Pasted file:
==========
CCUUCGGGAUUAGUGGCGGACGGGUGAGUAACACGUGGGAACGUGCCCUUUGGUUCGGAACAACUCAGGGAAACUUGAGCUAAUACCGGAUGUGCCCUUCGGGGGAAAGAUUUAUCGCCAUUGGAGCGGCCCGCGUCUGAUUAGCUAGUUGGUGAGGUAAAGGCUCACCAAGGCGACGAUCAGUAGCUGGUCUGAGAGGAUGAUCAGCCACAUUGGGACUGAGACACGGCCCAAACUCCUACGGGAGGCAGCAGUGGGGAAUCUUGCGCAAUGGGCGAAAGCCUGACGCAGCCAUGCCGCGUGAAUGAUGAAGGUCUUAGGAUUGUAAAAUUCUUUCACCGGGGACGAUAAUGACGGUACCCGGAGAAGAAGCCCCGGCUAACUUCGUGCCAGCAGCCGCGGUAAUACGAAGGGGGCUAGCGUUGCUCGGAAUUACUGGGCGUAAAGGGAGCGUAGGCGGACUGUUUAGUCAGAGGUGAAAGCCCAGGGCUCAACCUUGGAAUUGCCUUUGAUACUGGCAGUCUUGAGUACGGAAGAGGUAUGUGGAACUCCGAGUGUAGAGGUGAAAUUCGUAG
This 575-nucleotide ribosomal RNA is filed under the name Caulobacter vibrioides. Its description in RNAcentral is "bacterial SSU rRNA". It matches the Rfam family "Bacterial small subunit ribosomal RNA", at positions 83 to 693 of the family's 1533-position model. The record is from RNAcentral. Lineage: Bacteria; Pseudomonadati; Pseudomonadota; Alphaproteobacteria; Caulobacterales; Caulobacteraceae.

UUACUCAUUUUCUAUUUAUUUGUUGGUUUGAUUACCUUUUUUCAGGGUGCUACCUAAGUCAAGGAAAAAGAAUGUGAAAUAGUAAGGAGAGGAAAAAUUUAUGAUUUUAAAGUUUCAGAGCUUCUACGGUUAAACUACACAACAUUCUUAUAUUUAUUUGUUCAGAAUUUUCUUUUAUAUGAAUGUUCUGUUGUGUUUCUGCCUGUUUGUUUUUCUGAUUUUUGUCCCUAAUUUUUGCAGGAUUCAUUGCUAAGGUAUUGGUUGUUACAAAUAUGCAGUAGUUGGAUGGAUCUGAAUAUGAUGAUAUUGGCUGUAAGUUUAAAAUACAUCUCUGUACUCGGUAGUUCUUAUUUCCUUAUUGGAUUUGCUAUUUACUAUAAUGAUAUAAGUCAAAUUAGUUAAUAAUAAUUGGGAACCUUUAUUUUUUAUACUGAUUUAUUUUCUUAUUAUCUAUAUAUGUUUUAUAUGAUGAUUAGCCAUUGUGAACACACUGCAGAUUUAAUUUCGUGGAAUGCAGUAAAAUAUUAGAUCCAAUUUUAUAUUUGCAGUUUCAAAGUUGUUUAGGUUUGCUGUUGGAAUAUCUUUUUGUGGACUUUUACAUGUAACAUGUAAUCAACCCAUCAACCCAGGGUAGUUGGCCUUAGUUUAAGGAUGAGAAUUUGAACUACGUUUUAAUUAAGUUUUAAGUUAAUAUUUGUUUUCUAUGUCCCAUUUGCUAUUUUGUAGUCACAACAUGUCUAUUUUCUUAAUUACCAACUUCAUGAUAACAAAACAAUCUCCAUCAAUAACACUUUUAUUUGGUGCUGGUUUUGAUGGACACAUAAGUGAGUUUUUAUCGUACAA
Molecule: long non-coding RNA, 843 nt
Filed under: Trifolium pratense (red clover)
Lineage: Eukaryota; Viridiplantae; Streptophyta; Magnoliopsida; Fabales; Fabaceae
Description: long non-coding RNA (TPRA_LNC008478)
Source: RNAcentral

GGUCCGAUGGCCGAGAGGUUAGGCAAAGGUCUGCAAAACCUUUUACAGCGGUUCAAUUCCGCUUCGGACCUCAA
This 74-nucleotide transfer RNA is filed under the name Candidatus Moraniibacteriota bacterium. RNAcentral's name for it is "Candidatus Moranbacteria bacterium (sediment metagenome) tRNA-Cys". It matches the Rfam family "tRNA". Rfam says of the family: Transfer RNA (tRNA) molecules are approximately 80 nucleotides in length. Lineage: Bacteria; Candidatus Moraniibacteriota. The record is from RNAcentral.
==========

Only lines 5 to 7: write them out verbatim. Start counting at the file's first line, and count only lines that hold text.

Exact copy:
Filed under: Trifolium pratense (red clover)
Lineage: Eukaryota; Viridiplantae; Streptophyta; Magnoliopsida; Fabales; Fabaceae
Description: long non-coding RNA (TPRA_LNC008478)